OHIO — On Monday, Gov. Mike DeWine signed Senate Bill 175, otherwise known as the controversial "stand your ground" bill after hinting he would veto it earlier last year.
The bill eliminates the state's "duty to retreat," meaning legal gun owners don't need to walk away before hurting or killing someone in self-defense.
The signing comes as a surprise to some, including Dayton Mayor Nan Whaley.
"Gov. DeWine came to our city and stood on stage for a vigil for our murdered friends and neighbors and then told us he stood with our community in our fight against gun violence. Now it seems he does not. Gov. DeWine has made clear he opposes this dangerous policy, but he once again folded to the extreme elements of his own party,” Whaley wrote in a statement on Twitter, pertaining to the 2019 mass shooting in Dayton's Oregon District. Nine people died and many were wounded.
Following the shooting, DeWine encouraged lawmakers to press pause on the "stand your ground" bill and instead focus on the STRONG Ohio bill, which was composed of what DeWine called "common sense" gun reform legislation. It would have improved the state's background check system, raise penalties for violent offenders with guns and would have expanded courts' right to confiscate firearms.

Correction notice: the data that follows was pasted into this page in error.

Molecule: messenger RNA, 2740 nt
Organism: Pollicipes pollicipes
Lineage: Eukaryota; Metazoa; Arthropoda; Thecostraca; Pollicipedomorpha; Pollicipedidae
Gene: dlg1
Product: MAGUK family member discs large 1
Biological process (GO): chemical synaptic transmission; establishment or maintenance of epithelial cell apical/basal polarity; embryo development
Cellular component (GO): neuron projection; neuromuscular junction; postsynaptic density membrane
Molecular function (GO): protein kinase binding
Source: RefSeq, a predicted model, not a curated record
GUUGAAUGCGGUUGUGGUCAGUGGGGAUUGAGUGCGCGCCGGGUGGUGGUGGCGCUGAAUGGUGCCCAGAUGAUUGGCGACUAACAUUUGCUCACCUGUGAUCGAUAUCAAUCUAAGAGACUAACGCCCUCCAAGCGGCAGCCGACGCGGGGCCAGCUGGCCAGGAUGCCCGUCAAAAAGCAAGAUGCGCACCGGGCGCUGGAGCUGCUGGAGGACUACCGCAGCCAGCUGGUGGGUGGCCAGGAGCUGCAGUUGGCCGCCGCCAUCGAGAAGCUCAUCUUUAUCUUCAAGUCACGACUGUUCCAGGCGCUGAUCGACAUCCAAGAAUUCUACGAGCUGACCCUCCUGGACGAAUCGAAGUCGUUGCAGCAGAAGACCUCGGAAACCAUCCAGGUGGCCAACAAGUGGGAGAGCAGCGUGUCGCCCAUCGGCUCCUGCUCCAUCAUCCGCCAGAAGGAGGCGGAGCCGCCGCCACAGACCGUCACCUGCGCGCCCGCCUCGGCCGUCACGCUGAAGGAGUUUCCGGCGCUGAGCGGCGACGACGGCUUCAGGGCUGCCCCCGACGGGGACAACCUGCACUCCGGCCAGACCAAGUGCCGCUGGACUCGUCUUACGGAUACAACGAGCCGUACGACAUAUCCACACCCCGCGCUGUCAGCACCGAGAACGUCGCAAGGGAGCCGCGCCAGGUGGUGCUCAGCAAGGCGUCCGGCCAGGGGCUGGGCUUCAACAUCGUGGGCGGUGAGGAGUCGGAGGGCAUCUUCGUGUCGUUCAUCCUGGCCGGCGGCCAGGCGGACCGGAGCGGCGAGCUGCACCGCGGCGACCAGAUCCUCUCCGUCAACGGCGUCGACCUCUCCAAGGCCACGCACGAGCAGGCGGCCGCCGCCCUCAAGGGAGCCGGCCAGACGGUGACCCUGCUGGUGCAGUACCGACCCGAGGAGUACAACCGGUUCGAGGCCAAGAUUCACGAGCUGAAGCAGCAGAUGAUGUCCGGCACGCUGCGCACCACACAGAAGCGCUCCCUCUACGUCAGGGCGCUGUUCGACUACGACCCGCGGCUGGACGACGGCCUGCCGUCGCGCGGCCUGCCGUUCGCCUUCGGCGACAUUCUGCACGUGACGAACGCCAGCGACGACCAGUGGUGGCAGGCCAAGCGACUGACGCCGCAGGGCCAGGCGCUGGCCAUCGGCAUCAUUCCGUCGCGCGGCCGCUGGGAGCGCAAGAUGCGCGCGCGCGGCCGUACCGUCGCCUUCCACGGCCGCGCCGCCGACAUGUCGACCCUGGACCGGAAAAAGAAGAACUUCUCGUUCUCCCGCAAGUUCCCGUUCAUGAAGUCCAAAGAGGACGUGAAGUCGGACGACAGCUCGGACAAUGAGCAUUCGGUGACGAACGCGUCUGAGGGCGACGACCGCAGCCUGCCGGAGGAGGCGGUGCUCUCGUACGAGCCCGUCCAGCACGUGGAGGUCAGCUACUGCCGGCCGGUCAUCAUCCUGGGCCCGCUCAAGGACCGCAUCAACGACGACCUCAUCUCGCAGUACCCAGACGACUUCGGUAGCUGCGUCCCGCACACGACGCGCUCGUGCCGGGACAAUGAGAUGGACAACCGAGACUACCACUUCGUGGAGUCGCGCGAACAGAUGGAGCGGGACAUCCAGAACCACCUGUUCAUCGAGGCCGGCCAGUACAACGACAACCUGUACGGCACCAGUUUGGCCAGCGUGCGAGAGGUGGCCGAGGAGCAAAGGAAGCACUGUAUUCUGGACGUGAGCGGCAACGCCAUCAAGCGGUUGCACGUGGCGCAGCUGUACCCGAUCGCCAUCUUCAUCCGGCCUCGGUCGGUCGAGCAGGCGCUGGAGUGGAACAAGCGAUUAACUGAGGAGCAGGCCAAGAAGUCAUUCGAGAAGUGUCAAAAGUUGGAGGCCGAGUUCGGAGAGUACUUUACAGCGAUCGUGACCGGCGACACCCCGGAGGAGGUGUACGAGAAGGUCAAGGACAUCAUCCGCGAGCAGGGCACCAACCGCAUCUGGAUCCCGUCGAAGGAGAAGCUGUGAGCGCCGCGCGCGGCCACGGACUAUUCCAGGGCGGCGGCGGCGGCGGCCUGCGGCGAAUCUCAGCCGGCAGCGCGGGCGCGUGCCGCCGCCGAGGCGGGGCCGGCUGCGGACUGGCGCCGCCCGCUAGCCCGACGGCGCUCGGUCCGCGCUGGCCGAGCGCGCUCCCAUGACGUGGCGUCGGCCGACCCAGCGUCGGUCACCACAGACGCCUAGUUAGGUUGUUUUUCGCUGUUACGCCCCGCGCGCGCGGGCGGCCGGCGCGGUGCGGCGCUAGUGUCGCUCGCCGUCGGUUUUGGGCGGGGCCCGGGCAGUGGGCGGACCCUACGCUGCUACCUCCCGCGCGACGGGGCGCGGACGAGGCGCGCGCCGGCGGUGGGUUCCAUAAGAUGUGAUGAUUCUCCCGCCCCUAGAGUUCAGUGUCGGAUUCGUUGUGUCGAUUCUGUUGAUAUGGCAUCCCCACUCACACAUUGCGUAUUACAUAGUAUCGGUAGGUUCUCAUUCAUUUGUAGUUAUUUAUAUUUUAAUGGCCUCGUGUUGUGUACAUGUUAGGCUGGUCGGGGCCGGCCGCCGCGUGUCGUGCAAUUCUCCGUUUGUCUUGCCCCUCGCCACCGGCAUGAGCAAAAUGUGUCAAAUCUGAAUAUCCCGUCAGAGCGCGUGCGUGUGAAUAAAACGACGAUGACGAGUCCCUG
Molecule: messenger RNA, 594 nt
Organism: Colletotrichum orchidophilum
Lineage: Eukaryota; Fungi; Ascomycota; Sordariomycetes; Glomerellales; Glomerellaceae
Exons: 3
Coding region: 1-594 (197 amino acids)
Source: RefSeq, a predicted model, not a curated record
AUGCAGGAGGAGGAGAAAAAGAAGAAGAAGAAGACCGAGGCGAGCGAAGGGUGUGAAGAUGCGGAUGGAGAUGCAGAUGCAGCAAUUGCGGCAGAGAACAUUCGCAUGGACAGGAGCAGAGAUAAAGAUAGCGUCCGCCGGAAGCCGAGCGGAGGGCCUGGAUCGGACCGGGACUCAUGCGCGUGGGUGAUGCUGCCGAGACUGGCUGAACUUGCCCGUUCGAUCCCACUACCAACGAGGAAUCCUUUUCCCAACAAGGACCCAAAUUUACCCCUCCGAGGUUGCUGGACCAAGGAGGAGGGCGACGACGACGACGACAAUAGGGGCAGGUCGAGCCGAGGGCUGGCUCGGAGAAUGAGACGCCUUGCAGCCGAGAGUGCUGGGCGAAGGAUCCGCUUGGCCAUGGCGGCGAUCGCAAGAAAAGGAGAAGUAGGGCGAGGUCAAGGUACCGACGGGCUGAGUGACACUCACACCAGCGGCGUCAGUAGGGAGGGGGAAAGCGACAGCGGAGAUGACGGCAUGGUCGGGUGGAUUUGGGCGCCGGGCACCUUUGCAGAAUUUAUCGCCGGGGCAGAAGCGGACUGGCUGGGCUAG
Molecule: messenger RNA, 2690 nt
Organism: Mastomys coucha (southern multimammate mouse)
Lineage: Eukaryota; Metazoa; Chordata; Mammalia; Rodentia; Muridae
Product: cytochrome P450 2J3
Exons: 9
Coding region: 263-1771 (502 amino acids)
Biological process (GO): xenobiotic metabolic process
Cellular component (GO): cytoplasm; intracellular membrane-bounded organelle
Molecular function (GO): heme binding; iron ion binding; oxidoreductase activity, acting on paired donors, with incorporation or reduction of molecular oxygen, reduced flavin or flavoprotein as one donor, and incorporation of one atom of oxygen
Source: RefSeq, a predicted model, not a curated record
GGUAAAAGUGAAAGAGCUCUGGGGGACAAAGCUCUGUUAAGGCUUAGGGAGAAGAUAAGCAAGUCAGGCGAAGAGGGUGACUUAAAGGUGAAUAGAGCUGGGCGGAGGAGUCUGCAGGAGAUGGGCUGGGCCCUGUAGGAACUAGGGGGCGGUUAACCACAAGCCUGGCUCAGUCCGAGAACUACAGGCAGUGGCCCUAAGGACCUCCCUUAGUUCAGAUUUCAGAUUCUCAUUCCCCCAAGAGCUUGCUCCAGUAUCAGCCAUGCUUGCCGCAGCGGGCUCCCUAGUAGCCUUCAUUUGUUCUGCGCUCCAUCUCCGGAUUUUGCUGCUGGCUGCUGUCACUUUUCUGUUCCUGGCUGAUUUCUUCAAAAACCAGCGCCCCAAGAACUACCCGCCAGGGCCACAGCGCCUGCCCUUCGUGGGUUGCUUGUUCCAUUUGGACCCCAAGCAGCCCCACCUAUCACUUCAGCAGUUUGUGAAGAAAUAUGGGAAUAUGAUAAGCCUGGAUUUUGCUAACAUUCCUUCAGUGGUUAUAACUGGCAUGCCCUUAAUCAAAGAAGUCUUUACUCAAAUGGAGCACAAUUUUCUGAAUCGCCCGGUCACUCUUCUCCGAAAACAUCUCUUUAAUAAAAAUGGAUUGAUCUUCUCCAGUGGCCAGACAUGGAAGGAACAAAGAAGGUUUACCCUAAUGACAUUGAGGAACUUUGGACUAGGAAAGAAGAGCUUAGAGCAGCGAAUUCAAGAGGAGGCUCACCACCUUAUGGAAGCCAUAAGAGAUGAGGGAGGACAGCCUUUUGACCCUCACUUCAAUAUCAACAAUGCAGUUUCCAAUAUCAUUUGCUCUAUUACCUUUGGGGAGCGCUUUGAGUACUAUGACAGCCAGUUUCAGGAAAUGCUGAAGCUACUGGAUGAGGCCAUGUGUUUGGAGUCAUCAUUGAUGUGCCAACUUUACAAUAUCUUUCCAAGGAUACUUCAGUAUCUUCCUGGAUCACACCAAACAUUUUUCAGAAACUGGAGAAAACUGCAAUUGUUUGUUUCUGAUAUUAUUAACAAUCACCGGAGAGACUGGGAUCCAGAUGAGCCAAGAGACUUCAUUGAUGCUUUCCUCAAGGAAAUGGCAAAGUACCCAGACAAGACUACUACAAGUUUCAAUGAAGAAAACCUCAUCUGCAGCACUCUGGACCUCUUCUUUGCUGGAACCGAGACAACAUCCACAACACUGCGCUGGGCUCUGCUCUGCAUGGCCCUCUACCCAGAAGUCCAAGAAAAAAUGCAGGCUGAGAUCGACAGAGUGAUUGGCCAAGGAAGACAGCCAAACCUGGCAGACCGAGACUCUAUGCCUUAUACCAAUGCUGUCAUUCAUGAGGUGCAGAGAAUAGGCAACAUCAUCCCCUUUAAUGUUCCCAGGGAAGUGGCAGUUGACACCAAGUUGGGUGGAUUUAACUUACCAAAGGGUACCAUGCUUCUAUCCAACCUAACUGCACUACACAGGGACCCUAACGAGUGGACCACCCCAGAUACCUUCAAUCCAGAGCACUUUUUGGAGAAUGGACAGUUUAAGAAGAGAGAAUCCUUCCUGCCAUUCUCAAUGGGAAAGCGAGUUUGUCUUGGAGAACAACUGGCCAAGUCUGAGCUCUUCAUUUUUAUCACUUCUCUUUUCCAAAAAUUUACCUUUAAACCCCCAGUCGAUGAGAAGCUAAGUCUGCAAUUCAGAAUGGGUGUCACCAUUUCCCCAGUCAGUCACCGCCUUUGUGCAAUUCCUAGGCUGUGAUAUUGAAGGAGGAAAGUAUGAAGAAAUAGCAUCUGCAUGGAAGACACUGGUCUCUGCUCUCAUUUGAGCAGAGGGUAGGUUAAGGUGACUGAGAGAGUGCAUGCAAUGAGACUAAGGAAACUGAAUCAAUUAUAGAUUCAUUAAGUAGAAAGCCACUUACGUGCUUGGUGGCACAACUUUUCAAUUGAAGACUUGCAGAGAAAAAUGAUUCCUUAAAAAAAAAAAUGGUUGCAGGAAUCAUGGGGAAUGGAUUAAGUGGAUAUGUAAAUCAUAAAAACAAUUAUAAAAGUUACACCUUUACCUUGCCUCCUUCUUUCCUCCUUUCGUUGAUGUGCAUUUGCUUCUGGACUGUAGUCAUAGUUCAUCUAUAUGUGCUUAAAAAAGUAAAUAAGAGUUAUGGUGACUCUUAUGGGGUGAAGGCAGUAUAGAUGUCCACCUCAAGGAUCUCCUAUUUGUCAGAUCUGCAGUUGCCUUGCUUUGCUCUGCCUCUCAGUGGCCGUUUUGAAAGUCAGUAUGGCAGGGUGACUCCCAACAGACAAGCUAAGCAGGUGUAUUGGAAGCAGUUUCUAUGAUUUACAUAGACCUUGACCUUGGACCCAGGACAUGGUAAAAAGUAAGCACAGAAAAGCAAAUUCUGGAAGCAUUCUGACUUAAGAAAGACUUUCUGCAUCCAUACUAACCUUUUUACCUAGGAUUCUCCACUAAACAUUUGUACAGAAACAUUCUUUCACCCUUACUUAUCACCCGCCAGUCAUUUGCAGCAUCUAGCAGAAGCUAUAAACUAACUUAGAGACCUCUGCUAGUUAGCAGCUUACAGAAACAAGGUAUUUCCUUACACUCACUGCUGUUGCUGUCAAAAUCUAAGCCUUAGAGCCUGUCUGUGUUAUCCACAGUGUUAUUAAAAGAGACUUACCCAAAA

And at the time when it didn't pass, DeWine said he may veto SB 175.
The bill was attached to another bill which grants civil immunity when it comes to deaths or injuries for handguns.
DeWine defended himself in a statement, saying there were both pros and cons to the legislation.
"I am very disappointed, however, that the legislature did not include in this bill the essential provisions that I proposed to make it harder for dangerous criminals to illegally possess and use guns,” DeWine wrote.
Prior to the bill, deadly force in terms of self-defense was allowed so long as the one claiming self-defense didn't cause the altercation, believed they were in harm's way, or were on their property, such as in their home or in their car.
Both the Buckeye Arms Association and the National Rifle Associated commended DeWine for signing the bill.
“While this bill changes one technicality in Ohio law, it does not change the near universal and well-established standard for use of lethal force, nor does it give criminals a free pass to commit violent crime,” Buckeye Arms wrote in a statement.
Along with Whaley, Akron Rep. Emilia Sykes expressed disappointment toward the measure.
“Only cowards would support a bill that allows people to shoot first and ask questions later. The blood of the lives lost from the signing and passage of this bill rest solely on those who supported it," wrote Akron Rep. Emilia Sykes in a statement.